This debt is dangerous because it often does not involve capital investments that tend to boost wealth. Much personal borrowing consists of consumer spending that does not have a return on investment. Corporate debt is spent on rapid expansion projects that often do not render significant returns. Government pork barrel projects invest in useless pet projects and extravagant infrastructure schemes. None of this helps the economy.
Reckless Policies Lead to Crisis
This crisis did not happen overnight. Banking and government colluded to make borrowing easy and seemingly without consequence. Reckless spending policies have been in place for years and, like addictions, tend to grow exponentially.
Dr. Roubini cites the “democratization of finance” as a cause of over-borrowing. Low-income households suddenly invested in assets they could not afford. Ultra-loose monetary and credit policies favoring extremely low interest rates provided an incentive to buy without concern for the future.
Adding to the problem is the pumping of money into the economy through years of quantitative easing (QE) programs. Central bank planning also created “free money” by keeping borrowing costs near zero or even a negative interest rate. There was so much money around that some government bonds charged negative interest from investors to park their cash safely in public debt ($17 trillion in 2020).
The Demise of the Zombies
The flood of easy credit worldwide created a class of debtors that economists call zombies. Borrowers of all types, from individuals to corporations to governments, found themselves steeped in so much debt that they should have been dead in a normal economy. However, they were rescued, like zombies, by near-zero, negative interest rates and other bailout schemes that raised them from the financially dead.
As central banks start to increase interest rates to fight inflation, the zombies are now feeling the pressure of being outside the artificial climate that allowed them to thrive. They are hit with eroding income, devalued assets, and increased borrowing costs as they attempt to service or roll over their loans. This time their deaths might be for real.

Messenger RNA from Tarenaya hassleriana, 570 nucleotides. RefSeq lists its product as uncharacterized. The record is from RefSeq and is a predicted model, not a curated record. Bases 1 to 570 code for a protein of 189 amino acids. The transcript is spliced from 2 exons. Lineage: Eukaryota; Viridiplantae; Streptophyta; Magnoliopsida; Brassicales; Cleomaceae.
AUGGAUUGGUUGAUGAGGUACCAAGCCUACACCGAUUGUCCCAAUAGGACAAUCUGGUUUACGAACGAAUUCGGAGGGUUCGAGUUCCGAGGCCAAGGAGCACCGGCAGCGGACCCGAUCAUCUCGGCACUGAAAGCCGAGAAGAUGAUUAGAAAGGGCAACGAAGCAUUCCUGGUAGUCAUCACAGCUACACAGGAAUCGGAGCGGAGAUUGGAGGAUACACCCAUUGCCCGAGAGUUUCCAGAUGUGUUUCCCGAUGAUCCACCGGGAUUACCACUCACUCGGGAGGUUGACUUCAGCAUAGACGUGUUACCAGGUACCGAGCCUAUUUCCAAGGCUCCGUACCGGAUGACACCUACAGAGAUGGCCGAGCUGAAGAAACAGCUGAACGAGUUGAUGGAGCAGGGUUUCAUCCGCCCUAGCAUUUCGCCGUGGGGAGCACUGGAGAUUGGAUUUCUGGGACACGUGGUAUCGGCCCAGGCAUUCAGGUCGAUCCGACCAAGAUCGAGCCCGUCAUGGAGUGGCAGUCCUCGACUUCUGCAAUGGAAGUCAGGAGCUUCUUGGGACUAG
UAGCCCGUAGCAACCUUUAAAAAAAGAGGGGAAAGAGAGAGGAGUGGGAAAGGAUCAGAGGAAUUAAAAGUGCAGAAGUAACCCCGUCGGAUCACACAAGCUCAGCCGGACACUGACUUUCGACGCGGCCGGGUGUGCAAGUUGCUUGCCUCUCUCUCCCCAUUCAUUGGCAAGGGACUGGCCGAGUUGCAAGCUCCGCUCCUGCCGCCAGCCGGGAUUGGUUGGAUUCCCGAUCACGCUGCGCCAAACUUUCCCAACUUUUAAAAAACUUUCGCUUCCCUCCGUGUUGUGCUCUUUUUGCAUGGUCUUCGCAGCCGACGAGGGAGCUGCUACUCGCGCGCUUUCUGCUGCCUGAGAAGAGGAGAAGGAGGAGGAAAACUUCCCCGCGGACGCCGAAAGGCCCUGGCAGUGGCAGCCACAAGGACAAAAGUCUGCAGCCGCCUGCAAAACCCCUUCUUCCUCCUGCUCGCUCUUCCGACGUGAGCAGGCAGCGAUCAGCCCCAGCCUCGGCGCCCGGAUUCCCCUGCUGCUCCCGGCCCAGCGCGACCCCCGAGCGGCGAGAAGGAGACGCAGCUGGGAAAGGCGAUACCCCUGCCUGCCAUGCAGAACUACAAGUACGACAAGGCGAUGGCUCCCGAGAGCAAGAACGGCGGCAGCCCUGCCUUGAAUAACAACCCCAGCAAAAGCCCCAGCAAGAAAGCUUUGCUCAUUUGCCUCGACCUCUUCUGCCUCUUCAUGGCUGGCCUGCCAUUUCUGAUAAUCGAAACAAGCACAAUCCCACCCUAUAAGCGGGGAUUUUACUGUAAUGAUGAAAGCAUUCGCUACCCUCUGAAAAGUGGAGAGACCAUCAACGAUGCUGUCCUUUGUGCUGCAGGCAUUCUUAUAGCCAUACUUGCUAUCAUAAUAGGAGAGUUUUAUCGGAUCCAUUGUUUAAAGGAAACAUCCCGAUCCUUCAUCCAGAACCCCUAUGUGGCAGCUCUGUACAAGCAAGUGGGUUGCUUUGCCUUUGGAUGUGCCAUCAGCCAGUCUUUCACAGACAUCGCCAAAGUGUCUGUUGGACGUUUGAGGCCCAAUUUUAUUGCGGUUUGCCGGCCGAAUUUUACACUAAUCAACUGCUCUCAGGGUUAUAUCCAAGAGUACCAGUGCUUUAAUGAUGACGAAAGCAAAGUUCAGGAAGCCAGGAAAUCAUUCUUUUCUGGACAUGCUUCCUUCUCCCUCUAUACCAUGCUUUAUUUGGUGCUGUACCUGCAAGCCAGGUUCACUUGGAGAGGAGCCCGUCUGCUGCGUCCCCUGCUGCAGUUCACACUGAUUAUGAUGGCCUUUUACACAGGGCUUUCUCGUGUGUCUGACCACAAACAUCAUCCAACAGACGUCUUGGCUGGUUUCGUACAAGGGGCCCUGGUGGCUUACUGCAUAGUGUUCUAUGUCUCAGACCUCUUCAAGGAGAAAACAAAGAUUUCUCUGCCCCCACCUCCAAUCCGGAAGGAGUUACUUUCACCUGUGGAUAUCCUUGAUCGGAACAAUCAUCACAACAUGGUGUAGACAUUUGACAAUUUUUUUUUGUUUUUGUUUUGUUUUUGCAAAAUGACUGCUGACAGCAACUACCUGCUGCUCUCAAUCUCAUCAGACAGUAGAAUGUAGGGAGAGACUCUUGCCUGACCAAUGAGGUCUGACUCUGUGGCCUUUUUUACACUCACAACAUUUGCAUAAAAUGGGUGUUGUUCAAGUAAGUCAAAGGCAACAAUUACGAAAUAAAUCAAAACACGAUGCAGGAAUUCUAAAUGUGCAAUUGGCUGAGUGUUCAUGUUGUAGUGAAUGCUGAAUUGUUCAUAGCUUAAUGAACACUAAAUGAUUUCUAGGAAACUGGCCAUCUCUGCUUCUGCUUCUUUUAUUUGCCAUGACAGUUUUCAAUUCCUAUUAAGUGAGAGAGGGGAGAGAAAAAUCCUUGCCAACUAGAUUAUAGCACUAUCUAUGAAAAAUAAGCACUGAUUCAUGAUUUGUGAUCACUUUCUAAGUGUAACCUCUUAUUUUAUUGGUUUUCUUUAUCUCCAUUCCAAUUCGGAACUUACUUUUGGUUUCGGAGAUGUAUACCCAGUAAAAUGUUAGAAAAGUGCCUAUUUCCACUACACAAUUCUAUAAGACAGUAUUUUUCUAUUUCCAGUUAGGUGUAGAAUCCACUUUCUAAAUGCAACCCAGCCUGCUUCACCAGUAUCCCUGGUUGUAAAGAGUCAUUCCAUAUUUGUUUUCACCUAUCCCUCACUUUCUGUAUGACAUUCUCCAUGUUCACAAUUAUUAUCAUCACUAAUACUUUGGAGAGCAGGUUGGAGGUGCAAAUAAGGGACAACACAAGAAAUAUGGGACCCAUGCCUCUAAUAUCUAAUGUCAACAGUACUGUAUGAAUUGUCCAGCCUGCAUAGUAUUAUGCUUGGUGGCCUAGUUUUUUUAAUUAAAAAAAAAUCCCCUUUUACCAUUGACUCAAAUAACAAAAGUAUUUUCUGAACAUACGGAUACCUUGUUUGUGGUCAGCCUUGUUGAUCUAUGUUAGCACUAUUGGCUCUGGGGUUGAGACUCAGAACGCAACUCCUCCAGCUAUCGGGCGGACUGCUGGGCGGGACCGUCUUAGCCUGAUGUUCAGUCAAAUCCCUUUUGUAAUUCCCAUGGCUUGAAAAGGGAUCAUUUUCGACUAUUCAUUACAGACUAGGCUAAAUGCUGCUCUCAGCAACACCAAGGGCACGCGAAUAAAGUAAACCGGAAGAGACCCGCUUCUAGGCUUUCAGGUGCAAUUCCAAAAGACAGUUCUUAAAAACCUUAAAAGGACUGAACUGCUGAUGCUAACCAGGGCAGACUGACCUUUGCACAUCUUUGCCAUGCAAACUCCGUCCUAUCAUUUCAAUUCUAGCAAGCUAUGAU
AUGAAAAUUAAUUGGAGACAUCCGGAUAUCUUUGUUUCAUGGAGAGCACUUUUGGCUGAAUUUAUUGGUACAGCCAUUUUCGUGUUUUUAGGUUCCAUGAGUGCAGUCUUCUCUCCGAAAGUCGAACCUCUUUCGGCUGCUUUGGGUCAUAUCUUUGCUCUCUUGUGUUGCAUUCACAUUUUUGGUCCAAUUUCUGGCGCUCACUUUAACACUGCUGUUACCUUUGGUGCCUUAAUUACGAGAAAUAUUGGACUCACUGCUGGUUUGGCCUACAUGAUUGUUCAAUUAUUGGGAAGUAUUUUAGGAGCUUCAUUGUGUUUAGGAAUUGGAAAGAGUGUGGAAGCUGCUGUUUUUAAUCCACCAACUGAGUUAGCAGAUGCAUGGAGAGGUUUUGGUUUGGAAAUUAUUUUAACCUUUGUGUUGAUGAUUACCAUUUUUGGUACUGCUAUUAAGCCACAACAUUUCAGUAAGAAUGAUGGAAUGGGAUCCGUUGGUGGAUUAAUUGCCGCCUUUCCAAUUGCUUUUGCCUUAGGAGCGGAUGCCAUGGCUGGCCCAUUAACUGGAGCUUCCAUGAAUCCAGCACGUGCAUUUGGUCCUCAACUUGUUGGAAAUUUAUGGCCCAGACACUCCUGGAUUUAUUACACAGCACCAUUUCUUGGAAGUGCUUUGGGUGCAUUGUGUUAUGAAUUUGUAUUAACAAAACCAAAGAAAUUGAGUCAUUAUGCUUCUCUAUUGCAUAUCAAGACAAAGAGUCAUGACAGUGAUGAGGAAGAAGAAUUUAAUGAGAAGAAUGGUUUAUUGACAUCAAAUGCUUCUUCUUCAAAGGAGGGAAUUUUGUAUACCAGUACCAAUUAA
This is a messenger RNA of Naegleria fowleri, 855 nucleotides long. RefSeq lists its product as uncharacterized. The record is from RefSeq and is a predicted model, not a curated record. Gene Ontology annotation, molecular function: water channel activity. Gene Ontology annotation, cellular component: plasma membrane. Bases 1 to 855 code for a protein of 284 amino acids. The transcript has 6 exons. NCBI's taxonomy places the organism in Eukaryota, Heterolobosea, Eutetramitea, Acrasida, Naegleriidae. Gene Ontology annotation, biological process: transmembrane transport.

Zombie governments are also learning that the age of free money is over. Soon, debt servicing will take out a significant chunk of the budget.
Finally, adding to the economic problems are all sorts of disruptions rocking the markets. Many of these are outside the control of financial institutions and involve political decisions, ecological swindles, and natural disasters. These influences are battering markets with problems that would challenge healthy economies.
On top of unwieldy debt, the world faces the war in Ukraine that is wreaking havoc on commodity, energy, and grain prices. Europe and other nations are scrambling to find other sources of vital supplies. The zero-COVID policies of Communist China are disrupting supply chains. ESG investment policies and climate-change regulations threaten the stability of vital industries like agriculture, oil, and energy.
Roubini lists many “megathreats” that include cyberwarfare, new protectionism, the possibility of nuclear war, a Taiwan invasion and “other medium-term shocks.” All these factors create pressures upon an already staggering world economy. Worse, they are contributing to the return of stagflation, a combination of high inflation with stagnation or weak growth, last seen in the seventies.
There are no more tools in the toolkit used during the 2008 subprime mortgage and COVID-19 crises. Massive stimulus bills that inject even more money into the economy only exacerbate inflation, not real growth. The Fed’s “free money” giveaway have a similar effect.
Recent government proposals to continue these programs seem to destroy the economy, not fix it.
Roubini does not see governments having the political will to cut spending, reduce deficits, or raise taxes. Thus, he foresees a hard landing coming “as asset bubbles burst, debt-servicing ratios spike, and inflation-adjusted incomes fall across households, corporations, and governments.”
Some tricks might still be used to postpone the debt crisis, but there is no way to avoid it. Too many factors are piling up and bringing together the perfect storm.
Image: Wikideas 1